Development life cycle

At Open Analytics we are continuously improving the development life cycle to prevent that malicious code would sneak into the shared jar files. We use continuous integration and a deployment process to enable automated security checks in the recipe and guarantee fresh JARs delivery. Should you discover security issues in the code, please contact us ASAP, ideally via e-mail. One can also file an issue on our Github repository; just ensure not to share sensitive information (IP, names, login, passwords,...).

Secure your underlying infrastructure

ShinyProxy is relying on different infrastructure components: docker engine, authentication back-end, operating system,... The security of those components should be guaranteed and ShinyProxy features have been added to enable our users to build secure infrastructure. In particular for the Docker host, there is a well-known issue should a Docker host API be publicly accessible without appropriate access controls. The host could be remotely compromised or arbitrary docker instances could run on it.

To protect a docker daemon the below security controls are mandatory:

  • isolate docker host from public/untrusted network
  • never bind the docker daemon API on, only on the loopback interface (
  • should the docker API be exposed (in case of a swarm or cloud deployment), ensure to use TLS mutual authentication for enabling communication with the docker API. It's a more heavy setup as it would require a proper PKI or certificate management/creation solution but exposing the docker API should be avoided at all costs.

Using the general Configuration, it is possible to

  • secure the communication between ShinyProxy and the LDAP directory
  • secure the communication between ShinyProxy and the Docker daemon


From an architectural point of view it is recommended to support the off-loading of SSL certificates to a separate reverse proxy. Nginx works perfectly fine with ShinyProxy and below an example configuration is given:

server {
  listen                80;
  server_name ;
  rewrite     ^(.*)     https://$server_name$1 permanent;

server {
  listen                443;
  server_name ;
  access_log            /var/log/nginx/shinyproxy.access.log;
  error_log             /var/log/nginx/shinyproxy.error.log error;

  ssl on;
  ssl_protocols TLSv1 TLSv1.1 TLSv1.2;

  ssl_certificate       /etc/ssl/certs/;
  ssl_certificate_key   /etc/ssl/private/;

   location / {

       proxy_http_version 1.1;
       proxy_set_header Upgrade $http_upgrade;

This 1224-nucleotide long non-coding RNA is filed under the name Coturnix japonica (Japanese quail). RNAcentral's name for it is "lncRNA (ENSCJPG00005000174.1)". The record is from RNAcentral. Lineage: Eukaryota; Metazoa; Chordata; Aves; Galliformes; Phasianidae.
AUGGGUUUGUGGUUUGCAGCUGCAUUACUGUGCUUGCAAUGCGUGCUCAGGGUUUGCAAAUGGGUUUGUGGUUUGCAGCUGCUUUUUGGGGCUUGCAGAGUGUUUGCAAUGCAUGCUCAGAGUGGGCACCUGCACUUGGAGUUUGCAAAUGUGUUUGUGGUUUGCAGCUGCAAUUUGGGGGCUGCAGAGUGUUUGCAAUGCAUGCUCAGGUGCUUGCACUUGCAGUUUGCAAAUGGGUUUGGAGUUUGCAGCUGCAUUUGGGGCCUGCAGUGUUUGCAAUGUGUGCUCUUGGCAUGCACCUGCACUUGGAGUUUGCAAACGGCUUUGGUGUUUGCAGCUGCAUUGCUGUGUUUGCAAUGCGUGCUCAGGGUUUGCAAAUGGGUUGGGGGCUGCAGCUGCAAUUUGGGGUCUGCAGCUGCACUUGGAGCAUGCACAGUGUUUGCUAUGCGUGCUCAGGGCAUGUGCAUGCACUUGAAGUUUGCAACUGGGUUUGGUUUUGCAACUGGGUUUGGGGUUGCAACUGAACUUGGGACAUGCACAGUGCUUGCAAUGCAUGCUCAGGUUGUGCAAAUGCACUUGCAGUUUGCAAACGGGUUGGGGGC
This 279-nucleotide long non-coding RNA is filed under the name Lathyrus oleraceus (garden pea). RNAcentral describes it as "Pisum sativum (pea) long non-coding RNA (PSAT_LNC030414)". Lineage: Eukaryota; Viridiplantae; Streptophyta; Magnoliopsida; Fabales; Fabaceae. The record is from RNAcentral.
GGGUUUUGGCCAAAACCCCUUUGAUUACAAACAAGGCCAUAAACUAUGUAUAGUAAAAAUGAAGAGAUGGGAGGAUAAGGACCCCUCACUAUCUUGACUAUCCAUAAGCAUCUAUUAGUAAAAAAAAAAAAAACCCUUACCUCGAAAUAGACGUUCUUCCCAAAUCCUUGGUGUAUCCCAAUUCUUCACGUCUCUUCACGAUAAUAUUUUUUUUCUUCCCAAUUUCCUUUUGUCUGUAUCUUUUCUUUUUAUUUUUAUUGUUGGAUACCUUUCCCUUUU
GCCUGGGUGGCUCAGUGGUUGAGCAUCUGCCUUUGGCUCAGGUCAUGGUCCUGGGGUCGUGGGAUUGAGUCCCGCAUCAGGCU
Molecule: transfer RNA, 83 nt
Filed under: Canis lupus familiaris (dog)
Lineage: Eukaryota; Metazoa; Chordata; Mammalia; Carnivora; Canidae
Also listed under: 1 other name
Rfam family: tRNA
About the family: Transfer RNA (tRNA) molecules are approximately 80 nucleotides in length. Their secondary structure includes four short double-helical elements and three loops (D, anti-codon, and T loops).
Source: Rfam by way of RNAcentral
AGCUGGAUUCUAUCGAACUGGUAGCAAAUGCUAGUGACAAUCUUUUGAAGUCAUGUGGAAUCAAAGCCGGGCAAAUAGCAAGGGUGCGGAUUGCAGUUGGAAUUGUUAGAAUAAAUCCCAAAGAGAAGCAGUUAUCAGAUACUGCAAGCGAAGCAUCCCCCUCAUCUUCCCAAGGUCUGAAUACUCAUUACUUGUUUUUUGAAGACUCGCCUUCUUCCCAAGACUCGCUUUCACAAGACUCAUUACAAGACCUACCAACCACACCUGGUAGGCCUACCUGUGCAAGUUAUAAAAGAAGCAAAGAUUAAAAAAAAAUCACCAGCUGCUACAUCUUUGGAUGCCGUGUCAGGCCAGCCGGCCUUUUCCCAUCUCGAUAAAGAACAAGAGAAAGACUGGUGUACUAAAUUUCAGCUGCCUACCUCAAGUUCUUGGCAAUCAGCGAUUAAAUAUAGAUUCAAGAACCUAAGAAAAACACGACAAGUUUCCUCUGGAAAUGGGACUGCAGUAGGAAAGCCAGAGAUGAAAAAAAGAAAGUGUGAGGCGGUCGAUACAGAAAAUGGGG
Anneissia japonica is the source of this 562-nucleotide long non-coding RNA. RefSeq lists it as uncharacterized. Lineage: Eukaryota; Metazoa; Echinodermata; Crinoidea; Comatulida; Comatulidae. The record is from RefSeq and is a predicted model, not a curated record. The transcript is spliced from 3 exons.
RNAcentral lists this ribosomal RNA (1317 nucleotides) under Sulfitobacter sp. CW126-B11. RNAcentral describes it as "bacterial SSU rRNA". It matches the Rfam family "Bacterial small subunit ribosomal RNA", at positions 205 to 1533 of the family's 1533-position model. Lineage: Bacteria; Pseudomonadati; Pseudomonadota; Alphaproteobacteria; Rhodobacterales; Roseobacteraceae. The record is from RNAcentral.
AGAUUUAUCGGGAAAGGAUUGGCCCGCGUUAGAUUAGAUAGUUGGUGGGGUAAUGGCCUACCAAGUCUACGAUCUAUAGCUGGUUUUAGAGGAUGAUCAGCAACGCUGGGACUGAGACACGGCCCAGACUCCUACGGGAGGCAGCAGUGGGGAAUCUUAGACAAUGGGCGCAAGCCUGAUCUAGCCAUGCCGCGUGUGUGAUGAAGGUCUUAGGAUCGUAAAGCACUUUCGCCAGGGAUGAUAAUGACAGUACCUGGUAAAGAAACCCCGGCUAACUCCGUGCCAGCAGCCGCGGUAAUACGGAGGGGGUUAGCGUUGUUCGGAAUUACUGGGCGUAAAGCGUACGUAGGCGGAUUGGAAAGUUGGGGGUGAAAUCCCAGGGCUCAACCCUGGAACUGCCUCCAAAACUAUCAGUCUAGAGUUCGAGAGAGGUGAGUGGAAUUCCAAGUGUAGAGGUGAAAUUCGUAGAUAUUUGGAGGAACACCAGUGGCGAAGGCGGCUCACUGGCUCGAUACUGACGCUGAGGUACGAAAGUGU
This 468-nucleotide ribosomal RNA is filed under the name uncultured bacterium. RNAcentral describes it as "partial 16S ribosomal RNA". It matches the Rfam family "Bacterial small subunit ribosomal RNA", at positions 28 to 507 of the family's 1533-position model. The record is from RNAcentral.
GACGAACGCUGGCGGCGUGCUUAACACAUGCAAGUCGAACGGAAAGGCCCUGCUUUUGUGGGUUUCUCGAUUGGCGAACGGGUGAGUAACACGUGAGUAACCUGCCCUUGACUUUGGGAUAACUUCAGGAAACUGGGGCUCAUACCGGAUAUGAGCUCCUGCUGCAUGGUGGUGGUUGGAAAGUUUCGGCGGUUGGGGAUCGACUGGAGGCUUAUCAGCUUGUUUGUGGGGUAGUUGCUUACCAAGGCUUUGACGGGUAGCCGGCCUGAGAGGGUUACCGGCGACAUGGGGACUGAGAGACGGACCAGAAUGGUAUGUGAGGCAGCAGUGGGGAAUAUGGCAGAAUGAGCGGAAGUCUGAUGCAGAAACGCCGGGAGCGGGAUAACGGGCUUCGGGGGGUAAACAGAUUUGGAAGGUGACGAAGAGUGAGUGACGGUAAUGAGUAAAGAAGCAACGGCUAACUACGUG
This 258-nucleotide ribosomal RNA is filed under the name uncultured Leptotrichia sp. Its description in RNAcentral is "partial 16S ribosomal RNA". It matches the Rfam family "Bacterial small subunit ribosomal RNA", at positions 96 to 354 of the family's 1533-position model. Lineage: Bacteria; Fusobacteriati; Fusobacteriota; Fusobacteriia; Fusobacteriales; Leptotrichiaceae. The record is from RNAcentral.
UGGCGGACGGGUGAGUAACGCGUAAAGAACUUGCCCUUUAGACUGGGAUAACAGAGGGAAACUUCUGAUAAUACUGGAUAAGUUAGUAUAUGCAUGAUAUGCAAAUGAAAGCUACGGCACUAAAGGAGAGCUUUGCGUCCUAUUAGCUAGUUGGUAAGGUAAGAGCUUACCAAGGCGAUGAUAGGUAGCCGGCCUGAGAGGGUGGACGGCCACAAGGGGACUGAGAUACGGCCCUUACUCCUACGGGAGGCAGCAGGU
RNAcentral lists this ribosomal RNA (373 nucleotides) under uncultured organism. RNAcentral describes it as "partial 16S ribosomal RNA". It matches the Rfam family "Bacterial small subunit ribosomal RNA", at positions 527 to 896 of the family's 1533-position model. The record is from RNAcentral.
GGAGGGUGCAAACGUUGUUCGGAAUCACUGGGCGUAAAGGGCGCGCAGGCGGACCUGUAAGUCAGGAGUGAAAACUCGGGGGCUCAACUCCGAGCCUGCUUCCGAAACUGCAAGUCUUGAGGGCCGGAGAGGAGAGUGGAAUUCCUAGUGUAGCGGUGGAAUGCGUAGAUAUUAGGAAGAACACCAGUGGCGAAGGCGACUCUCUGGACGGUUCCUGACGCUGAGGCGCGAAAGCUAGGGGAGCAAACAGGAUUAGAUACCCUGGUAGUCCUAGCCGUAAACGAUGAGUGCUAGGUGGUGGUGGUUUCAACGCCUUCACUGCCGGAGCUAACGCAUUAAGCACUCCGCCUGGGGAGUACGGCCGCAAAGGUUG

proxy_set_header Connection "upgrade";
       proxy_read_timeout 600s;

       proxy_redirect    off;
       proxy_set_header  Host             $http_host;
       proxy_set_header  X-Real-IP        $remote_addr;
       proxy_set_header  X-Forwarded-For  $proxy_add_x_forwarded_for;
       proxy_set_header  X-Forwarded-Protocol $scheme;


The configuration:

  • redirects http traffic (port 80) to https (port 443)
  • sends all traffic to ShinyProxy which is running on port 8080
  • includes all nginx settings to correctly proxy web socket traffic as required by Shiny apps


If no reverse proxy is put in front of ShinyProxy, the port that needs to be accessible to the outside world is the proxy port specified in the application.yml file (port field) which, by default, will be port 8080. In principle, all other ports can be filtered in the firewall.

ShinyProxy itself will connect to the ports on the docker host that are mapped to the individual containers. By default the ports will start at 20000 for the first container and are incremented for every new container that is spin up (20001 for the second one etc.). This is specified in the application.yml as port-range-start: 20000 as documented here). These ports on the docker host should be available to ShinyProxy, but it is recommended not to make these ports accessible to the outside world using appropriate firewall rules.

Sensitive Configuration

Configuration parameters that contain sensitive information and cannot be stored in the application.yml file can be provided differently. Note that best practice is to sufficiently protect application.yml with access rights, but in some cases (e.g. where the configuration is partly maintained via source control) it is useful to externalize sensitive configuration.

  • Using a Java System property:
java -jar java -jar shinyproxy-1.0.0.jar -Dspring.mail.password=abc

Use period as a separator to descend the parameter hierarchy in the application.yml file.

  • Using environment variables:
java -jar java -jar shinyproxy-1.0.0.jar

Since most operating systems dissallow period-separated names, the naming syntax differs slightly. To set the environment variable correponding to a java system property, use uppercase and replace all periods with underscores.